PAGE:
6. In the meantime – everything Google has been, “updated,” in the last half day, and Secunia has been useless, or seems so, for three.
    Come back to America.

  7. Wait a minute. This means Russia’s largest payment processor is actually totally criminal and facilitating rogue antivirus and something with Koobface?

    This should be front page news. How much money are these banksters pulling in? This is MAFIA! Maybe RBN?

    Get the word out people, Russian bankers are stealing millions from everyone else using malware — it all makes sense now…

    • Ivan the Passable

      >> Russian bankers are stealing millions from everyone else using malware

      US bankers are stealing trillions from everyone using law (and disdain for it) – where’s the buzz?

  8. hey f00fighter – who did you think controlled all this? Even if me and you had the fake software and could install it on unwitting peoples pc’s then who would process the payments? I doubt if we called up chronopay they would allow it! Though maybe they would. Chronopay will go the same way as epassporte soon enough.

  9. As much as these guys are trying to paint themselves as innocent payment processors, their Tenacle into many scareware products and the logistics behind them tell the real tale, they are using the scareware model to make money period. The were doing it with their Pharma spam and all the associated domains and paying for those to pimp it out, and they are doing the same with rogue anti-virus apps. LOL… I swear that old Pavel has been driking a little too much of the Jones town Kool-Aid in that he is starting to believe his own B.S…. They can try and spin it anyway they wan’t, they own the domains, they provide the support, they process the payments, it’s their product… they just cjhange the name of it when their is too much heat…. it’s like the counterfit drugs and Pharma spam, the money is too easy to make and they won’t give it up.. their strategy is deny, deny, deny… no matter how much evidence you have they would never admit they are doing wrong. The unfortunate thing is that these guys have russian Law enforcement and politicians in their pocket and their won’t be any end to it anytime soon. It would be nice to see ICANN and the hosts/ASNs/registrars enforce their AUP/ToS and put some of these clowns out of buisness.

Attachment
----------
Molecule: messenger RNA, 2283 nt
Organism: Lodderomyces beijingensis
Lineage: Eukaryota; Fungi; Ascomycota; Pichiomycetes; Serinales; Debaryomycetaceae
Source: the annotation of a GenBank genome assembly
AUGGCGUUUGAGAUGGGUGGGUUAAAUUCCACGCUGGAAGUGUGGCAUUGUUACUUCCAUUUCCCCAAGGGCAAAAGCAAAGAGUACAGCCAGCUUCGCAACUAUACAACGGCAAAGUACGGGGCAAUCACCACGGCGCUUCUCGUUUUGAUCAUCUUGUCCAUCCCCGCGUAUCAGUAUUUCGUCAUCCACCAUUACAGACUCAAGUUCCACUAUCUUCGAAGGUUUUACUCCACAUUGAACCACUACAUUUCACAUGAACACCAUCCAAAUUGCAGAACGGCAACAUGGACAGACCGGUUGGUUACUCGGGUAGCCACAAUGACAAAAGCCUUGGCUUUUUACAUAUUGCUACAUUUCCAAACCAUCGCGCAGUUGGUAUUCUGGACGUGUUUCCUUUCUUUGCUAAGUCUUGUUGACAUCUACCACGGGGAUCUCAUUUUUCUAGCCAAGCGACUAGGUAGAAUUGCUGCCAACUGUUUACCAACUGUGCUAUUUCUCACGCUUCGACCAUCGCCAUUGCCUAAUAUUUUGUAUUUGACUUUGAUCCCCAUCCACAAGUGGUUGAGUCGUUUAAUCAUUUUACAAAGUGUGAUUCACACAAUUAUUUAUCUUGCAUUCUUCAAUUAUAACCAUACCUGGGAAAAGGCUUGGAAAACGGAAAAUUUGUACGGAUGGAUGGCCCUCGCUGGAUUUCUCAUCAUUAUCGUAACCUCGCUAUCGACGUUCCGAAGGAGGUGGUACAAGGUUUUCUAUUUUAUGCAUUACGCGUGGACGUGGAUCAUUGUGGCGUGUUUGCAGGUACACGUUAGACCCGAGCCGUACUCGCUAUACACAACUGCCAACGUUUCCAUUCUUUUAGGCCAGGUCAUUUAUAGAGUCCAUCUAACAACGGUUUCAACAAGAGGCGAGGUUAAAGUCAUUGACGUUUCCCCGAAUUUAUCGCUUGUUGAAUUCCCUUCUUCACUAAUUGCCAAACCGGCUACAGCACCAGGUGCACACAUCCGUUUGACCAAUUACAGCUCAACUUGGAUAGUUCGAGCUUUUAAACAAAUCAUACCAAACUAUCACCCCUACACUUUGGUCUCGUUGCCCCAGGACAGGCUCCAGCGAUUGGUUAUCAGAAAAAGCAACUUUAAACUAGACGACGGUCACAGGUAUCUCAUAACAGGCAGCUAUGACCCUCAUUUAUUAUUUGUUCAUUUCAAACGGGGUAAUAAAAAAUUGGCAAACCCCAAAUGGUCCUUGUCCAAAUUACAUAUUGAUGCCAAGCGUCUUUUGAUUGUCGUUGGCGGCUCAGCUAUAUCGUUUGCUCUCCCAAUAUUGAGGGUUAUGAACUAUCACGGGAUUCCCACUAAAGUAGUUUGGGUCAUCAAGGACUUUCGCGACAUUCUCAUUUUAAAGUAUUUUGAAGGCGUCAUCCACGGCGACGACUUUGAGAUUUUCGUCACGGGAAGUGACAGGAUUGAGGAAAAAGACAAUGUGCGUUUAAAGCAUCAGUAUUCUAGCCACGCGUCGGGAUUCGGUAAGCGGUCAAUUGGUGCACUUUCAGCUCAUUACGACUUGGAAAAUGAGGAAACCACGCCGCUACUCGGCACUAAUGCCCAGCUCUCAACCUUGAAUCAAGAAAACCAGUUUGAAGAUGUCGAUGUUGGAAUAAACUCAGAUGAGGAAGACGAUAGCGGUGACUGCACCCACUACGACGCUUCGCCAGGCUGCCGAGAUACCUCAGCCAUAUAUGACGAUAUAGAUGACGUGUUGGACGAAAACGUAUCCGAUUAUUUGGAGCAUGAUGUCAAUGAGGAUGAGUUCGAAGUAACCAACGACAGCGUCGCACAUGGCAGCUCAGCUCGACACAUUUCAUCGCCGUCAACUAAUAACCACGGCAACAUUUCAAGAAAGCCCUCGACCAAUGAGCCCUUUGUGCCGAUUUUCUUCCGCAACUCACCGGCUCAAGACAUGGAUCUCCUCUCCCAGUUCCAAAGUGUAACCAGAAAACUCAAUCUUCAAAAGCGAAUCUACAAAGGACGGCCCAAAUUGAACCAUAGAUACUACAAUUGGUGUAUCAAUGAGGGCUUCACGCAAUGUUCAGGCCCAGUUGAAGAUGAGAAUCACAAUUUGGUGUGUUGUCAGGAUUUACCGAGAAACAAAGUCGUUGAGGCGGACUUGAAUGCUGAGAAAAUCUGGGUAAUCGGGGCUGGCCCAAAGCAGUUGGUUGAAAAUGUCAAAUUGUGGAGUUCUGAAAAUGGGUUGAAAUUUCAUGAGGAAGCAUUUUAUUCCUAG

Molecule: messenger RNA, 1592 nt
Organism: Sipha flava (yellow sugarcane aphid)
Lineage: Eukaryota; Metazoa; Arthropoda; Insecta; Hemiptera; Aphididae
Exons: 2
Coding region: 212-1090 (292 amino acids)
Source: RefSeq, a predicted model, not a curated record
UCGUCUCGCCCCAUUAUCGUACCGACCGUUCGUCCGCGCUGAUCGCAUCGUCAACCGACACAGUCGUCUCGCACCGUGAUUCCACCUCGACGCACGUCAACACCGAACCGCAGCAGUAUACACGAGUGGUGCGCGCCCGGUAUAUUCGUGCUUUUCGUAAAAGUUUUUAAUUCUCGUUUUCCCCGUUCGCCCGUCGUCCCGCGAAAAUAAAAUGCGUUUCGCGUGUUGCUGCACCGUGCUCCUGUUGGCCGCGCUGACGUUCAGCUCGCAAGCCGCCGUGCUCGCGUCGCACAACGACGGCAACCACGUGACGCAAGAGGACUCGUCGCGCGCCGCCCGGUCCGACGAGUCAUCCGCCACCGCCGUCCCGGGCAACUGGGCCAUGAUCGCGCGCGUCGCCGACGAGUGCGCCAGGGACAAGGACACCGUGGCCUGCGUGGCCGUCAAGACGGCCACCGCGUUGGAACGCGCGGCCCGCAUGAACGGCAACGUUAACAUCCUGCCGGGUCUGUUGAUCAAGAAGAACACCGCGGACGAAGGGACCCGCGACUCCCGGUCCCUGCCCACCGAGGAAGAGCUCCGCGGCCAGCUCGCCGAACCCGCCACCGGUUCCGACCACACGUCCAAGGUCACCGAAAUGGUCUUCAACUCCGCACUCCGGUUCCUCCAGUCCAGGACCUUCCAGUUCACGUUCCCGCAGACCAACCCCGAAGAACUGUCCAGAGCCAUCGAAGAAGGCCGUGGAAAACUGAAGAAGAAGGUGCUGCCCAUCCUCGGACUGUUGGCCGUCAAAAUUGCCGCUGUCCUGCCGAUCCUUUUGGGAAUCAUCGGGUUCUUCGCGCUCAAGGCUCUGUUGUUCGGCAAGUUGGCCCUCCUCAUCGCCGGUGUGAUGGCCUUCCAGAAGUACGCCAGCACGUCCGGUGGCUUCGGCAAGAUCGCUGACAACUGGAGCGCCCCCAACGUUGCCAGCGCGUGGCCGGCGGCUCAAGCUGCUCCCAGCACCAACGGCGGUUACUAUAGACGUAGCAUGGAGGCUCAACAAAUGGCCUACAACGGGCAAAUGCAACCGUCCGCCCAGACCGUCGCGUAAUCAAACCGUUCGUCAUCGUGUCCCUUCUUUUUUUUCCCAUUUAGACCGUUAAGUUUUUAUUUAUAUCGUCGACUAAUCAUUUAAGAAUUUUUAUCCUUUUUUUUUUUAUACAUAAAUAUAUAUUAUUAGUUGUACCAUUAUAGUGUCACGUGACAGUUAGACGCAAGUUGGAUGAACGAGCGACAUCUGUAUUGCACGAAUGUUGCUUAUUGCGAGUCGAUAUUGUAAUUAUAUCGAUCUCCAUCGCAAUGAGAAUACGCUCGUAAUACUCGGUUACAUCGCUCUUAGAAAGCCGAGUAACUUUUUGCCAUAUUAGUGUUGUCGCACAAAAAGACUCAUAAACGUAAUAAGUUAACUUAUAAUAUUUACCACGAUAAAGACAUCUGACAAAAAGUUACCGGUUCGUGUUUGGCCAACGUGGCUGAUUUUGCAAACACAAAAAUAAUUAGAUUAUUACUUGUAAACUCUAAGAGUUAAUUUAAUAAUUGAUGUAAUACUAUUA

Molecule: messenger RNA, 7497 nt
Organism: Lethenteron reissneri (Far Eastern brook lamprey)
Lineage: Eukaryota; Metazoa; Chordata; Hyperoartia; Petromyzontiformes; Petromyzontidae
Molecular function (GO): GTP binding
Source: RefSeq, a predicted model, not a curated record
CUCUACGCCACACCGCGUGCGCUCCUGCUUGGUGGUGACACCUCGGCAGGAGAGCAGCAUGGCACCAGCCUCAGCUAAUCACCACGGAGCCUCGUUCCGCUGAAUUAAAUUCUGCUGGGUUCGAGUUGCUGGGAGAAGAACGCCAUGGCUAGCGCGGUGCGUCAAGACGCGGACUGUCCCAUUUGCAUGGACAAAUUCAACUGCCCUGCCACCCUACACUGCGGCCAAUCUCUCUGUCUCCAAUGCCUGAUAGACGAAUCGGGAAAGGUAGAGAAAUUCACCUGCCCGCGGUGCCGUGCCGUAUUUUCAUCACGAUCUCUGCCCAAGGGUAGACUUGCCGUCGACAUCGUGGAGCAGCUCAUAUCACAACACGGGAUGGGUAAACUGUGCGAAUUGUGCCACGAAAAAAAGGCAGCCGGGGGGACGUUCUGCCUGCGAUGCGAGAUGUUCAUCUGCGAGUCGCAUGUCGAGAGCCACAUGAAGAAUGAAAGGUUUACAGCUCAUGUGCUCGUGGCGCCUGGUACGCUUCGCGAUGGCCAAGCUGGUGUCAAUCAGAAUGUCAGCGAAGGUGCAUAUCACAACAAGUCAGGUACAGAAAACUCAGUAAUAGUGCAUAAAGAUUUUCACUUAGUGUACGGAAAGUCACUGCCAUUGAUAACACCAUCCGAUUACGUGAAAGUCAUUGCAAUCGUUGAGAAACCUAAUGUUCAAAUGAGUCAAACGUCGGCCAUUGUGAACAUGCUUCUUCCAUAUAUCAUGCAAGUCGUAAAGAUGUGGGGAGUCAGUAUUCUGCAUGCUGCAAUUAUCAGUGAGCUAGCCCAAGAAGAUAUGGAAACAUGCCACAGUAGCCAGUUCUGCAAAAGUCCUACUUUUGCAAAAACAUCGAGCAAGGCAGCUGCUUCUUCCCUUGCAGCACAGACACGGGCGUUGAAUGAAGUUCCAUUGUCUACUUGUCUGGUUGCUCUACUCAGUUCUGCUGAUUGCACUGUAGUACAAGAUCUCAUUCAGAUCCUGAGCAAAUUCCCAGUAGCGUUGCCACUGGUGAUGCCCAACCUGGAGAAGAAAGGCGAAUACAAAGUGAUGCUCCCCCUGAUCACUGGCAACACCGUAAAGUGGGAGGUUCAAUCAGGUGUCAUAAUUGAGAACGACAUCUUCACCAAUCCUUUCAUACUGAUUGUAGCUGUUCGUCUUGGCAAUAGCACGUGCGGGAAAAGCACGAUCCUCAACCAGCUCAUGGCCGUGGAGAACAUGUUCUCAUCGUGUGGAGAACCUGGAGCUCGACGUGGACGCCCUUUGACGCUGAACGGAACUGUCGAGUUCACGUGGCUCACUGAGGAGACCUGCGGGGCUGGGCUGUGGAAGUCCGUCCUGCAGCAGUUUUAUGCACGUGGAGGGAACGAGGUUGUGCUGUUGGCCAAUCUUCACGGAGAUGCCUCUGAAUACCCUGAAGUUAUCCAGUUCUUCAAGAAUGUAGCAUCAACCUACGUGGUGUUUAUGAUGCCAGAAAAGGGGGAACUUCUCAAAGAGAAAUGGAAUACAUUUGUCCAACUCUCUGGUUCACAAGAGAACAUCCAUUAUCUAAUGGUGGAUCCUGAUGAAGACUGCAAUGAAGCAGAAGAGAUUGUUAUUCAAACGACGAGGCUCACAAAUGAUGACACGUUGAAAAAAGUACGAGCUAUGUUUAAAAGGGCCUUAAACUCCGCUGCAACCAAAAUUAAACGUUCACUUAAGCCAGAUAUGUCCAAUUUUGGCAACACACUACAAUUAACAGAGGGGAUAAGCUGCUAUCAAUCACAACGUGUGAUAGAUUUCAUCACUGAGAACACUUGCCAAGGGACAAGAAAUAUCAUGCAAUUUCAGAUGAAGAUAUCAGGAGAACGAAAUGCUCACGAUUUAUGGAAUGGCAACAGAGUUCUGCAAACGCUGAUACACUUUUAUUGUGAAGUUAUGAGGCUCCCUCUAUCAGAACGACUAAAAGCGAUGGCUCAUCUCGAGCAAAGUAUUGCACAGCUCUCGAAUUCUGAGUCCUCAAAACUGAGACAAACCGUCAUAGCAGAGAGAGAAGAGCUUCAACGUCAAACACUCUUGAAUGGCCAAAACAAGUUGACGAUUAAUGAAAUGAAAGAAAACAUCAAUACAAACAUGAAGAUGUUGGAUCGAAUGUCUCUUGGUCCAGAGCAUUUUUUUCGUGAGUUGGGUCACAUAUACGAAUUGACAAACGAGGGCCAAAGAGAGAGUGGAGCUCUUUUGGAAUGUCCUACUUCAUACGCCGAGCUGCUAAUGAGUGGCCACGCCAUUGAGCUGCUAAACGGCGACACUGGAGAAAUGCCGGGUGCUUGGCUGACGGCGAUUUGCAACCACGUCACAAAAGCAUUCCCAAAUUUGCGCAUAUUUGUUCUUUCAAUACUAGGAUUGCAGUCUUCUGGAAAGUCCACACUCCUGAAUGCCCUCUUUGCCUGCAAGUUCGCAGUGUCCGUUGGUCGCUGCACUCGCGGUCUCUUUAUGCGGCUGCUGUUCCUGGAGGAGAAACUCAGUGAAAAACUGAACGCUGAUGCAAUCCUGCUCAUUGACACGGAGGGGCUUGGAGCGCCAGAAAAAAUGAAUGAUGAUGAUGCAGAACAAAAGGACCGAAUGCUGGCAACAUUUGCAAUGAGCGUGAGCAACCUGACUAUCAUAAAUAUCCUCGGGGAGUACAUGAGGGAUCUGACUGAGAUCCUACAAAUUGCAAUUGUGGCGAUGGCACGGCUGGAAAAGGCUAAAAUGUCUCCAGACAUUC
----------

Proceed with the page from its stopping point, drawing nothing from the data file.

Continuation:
• “The unfortunate thing is that these guys have russian Law enforcement and politicians in their pocket and their won’t be any end to it anytime soon.”

      And that is the real issue here.Yet Russia has the balls to call Western nations corrupt?Ha!At least we can try and take them to court and throw them in jail.Over there?Youll be lucky if you dont “disappear”.

  10. Карусель-карусель, кто успел тот не сел )

  11. http://herbucks.com/ = Herbal Pills Affiliate Program
    (looks like the former GenBucks)

    Contains a list of “Our sites:”

    http://www.xtendrx.com
    http://www.acaieasyslim.com
    http://www.enhancexl.com
    trial.enhancexl.com

    Compare that with the list provided above by Konstantin Abramov

    At bottom of the herbucks.com web page:
    Almarex Alliance ltd 2010
    Compare that with registrant details for those sites -
    Almarex Alliance ltd
    Dayana Carolina Sologuren Toro (calite.kristine@gmail.com)
    Geneva Place, Water Front Drive, Road Town,
    Tortola
    Tortola,Tortola
    VG
    Tel. +44.2032897777

    Same registrant for

    xlforce.com
    nutritionsupport.net (https only)
    resveratrol365.com
    prostateforte.com

    and the secure website processor at

    WEB-PAYMENT-METHOD.COM

    And that’s just scratching the surface.

  12. very detailed article like andy said, who better make an anti-virus than an insider.

    i was shell shocked to learn some of its employees were selling out its services..

    Anyways another lesson learned!!

    I hope my MAC laptop provides enough protection…

    cheers

  13. Brian,

    An offtop question:

    What software did you make the timeline with?

    Thanks

  14. OK wow, that really does make a lot of sense dude.

    http://www.total-privacy.ie.tc

  15. I have question here. Quite a number of times the author has talked about internal leaks at Chronopay. Accepted and believed the author’s story on Chronopay but my question is how the author got access to the internal documents of Chronopay and if it is from an employee at Chronopay isn’t the employee and the author also in breach of security. The employee for obvious reasons and the author because he either bought internal information of an organization from its employee or the author coerced the employee to divulge information.

    • I still don’t know who took the documents. But it would take quite a bit of effort to fake 30k+ emails, including long conversation threads spread over many months.

      The data was offered by an anonymous source, without much explanation of how it was come by. I didn’t ask for the information. ChronoPay execs are convinced it was leaked by a former IT guy at the company.